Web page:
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Himalayan Glacial Melt: The Looming Security Disaster Image courtesy of tcy3282 on Flickr

Himalayan Glacial Melt: The Looming Security Disaster

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The recent glacial flood in the Himalayas devastated the northern Indian state of Uttarkhand, leaving more than 100 people missing and at least seven dead. The rapid freezing and thawing associated with climate change is making these floods occur more often, especially within the fragile Himalayan environment. While massive flooding is certainly a concern associated with these melting glaciers, another is that when the glacial ice is gone, it’s gone permanently, and international competition over fresh water sourced from these glaciers will increase. As a result, the rapid glacial melt in the Himalayas presents a myriad of security and geopolitical challenges for the region and international community.

The recent disaster demonstrates a mounting catastrophe to downstream communities. Glaciers and glacial lakes contain the energy equivalent to several atomic bombs. Indians understandably seek to harness this clean energy source through hydroelectric projects. However, many residents and geologists question whether these hydroelectric projects are exacerbating existing dangers within the sensitive Himalayan area.

These hydroelectric projects can destabilize the ecology of the region, potentially causing landslides and flooding when glacial breaches do occur. A breach releases the stored glacial energy in an uncontained and uncontrollable way, and the resulting flooding destroys infrastructure and lives in its path. While glacial breaches present an acute and devasting risk on their own, they also demonstrate the overall depletion of natural resources for the Himalayan region.

Hydroelectric development in the region has occasionally caused water scarcity. In 2009, workers accidentally punctured an aquifer while constructing one of the dams that recently washed away, draining 18.5 million gallons a day and causing a weekslong water shortage for nearby villages. These dams are intended to create electricity and provide a source of glacial freshwater, but they have inadvertently depleted other fresh water resources within the region exacerbating water scarcity.

As the Himalayan glaciers melt, water scarcity will become more of a geopolitical and geoeconomic issue. The Himalayan glaciers are a major source of fresh water for the region, and China controls the headwaters of 10 major rivers that flow from the Himalayas through 11 countries, including India, Thailand, Bangladesh, and Vietnam. These rivers supply more than 1.6 billion people with fresh water. As the planet warms, Himalayan ice will become scarcer and precious, and China will need more of it.  Nearly 1 out of 5 people on Earth live in China, yet only 6% of the planet’s freshwater lies within its borders. China’s influence over fresh water for India and Southeast Asia may help augment its influence in those countries, presenting geopolitical and geoeconomic issues for the US and its allies in the region.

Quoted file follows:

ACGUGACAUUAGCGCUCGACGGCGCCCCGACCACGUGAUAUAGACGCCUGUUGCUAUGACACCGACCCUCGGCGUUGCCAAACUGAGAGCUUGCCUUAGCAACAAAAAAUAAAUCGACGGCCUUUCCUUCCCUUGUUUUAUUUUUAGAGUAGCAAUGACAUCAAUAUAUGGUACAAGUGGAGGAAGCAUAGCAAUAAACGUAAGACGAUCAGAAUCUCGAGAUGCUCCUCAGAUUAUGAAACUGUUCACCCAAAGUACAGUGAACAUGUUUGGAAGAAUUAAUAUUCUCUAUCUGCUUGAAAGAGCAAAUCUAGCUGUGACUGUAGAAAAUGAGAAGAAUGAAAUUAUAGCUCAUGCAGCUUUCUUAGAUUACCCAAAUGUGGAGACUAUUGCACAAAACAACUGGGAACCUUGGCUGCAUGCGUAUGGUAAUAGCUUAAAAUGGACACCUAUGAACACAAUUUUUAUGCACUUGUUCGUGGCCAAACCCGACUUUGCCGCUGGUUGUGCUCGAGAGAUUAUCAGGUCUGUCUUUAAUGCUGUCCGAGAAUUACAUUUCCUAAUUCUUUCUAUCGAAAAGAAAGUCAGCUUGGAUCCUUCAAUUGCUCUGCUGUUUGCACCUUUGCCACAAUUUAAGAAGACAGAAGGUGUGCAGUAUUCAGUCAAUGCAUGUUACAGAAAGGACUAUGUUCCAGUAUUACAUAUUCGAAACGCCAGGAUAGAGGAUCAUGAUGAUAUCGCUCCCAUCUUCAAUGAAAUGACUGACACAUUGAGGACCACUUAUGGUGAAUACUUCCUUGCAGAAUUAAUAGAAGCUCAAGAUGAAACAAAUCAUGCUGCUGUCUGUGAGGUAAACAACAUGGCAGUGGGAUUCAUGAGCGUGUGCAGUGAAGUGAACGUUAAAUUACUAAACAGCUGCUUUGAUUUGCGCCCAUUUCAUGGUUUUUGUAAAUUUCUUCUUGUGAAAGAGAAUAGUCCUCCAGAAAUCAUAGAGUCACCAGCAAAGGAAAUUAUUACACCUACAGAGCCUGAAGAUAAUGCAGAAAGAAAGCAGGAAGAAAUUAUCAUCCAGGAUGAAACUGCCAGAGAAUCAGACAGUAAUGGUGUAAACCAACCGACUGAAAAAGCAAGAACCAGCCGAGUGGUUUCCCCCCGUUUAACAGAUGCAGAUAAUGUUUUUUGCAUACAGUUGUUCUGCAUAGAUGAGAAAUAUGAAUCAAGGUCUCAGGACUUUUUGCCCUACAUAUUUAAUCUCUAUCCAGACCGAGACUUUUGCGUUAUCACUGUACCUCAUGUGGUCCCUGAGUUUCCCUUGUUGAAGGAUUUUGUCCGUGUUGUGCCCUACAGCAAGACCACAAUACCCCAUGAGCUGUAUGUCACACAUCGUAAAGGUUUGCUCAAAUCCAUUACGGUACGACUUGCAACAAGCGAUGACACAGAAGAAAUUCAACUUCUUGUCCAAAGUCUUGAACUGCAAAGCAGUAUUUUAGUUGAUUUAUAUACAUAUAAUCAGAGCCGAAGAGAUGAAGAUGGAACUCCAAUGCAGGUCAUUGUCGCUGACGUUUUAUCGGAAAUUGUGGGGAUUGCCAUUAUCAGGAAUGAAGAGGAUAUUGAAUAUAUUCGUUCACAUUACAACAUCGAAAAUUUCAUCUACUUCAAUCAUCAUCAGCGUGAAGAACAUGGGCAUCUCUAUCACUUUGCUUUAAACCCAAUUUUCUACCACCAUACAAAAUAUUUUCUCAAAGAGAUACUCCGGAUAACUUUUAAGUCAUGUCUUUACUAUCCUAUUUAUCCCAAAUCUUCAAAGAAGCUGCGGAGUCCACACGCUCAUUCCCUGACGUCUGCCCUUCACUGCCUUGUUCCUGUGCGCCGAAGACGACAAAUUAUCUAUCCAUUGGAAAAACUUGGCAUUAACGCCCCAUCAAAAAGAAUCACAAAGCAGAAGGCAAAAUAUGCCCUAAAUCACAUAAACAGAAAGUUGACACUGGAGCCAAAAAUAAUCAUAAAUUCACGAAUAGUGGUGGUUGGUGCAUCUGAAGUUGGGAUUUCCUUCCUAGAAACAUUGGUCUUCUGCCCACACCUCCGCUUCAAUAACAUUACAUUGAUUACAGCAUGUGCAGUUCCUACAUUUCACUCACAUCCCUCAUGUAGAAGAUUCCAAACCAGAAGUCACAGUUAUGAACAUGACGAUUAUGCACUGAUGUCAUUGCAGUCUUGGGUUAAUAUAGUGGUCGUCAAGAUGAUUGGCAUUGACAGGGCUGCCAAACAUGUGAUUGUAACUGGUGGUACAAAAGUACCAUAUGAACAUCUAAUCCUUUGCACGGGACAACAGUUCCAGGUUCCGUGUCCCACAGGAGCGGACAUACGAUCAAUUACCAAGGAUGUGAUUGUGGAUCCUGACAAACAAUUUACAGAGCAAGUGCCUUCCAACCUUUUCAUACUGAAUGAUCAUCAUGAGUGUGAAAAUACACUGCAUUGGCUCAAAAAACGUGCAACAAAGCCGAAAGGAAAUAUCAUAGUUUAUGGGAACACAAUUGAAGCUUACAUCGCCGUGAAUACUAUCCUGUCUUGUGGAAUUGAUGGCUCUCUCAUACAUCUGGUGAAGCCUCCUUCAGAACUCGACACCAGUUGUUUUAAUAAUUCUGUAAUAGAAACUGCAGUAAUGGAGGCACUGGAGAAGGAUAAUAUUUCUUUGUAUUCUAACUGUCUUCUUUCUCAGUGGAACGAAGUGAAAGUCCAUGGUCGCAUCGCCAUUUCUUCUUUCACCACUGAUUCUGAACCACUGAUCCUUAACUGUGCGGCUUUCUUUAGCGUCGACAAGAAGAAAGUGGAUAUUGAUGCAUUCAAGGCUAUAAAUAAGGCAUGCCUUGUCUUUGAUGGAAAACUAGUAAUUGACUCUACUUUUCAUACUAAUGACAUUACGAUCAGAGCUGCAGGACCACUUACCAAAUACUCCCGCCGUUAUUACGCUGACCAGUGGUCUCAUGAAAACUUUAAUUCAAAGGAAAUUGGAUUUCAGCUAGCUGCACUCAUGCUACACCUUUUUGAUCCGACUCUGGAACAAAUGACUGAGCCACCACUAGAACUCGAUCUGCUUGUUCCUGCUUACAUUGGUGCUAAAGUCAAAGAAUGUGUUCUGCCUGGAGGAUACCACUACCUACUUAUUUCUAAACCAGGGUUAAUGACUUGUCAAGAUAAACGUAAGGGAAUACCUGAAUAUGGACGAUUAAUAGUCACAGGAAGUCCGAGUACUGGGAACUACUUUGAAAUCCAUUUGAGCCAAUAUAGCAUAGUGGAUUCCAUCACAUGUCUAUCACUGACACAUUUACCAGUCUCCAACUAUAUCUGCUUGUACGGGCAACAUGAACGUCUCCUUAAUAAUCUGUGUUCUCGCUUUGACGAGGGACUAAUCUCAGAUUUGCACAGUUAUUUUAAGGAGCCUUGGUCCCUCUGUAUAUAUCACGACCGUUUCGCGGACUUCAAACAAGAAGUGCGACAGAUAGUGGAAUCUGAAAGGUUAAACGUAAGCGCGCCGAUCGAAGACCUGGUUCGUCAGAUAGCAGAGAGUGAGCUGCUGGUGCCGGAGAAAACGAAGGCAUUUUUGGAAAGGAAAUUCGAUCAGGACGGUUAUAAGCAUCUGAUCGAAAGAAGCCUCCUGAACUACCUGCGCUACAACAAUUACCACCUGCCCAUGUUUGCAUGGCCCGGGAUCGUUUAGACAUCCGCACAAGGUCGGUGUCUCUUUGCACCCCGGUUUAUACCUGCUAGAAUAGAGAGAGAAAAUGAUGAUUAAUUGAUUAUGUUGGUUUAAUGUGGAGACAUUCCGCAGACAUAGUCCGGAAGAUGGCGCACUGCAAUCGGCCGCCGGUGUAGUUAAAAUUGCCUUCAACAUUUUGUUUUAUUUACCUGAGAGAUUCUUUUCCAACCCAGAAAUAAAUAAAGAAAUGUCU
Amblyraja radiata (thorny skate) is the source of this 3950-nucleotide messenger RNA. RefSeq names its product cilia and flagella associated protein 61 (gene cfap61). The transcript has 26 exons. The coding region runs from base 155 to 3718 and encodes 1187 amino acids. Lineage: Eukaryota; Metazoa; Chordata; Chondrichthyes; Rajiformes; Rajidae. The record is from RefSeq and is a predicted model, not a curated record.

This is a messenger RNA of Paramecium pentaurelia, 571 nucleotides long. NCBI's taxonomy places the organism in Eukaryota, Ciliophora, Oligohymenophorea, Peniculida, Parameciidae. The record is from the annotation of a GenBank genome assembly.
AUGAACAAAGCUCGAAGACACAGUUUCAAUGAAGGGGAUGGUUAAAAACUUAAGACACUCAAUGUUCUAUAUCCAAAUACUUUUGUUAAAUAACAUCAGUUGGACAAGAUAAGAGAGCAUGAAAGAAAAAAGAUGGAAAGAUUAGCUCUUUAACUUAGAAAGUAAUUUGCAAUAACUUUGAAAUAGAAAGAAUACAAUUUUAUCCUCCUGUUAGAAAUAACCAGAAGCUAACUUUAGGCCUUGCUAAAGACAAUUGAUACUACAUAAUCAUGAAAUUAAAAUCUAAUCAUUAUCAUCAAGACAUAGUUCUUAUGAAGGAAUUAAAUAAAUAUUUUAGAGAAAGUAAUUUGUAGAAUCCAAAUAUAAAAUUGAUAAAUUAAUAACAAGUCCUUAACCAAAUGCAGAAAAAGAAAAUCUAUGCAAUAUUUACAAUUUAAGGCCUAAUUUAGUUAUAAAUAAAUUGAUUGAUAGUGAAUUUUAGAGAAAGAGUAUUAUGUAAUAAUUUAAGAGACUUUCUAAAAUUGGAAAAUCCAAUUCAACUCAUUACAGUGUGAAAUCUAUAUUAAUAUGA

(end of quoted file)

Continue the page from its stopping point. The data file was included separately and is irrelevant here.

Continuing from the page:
US-led Strategic Partnerships

Given the US’ strategic rivalry with China, relationships in South and South Asia matter greatly to the US. To bolster these relationships, the US should help regional allies develop resilience plans for increased flooding and landslides, as well as water sharing agreements between headwater nations.

The US has demonstrated success in transnational water disputes before. The International Boundary and Water Commission set up by the 1944 Mexican Water Treaty governs the division of water resources in the Rio Grande and Colorado rivers between the US and Mexico. As recently as 2020, disputes between these two nations on water sharing have been successfully resolved through this commission. In the Himalayas, similar collaborative agreements are needed between headwater nations, notably between India and China.

Critical to any water sharing agreement will be effective monitoring. Most Himalayan glaciers and glacial dams are unmonitored. US technical expertise, as a result of monitoring its glaciers and glacial lakes, could be leveraged to enforce agreements. Additionally, monitoring will be helpful for warning systems needed for glacial breaches, landslides, and flooding.

These US-led partnerships can further solidify America’s position in the region and highlight innovative approaches to threats posed by climate change. By acting as a strategic mediator between these nations, the US can emerge as a harbinger of stability and effective resource management.

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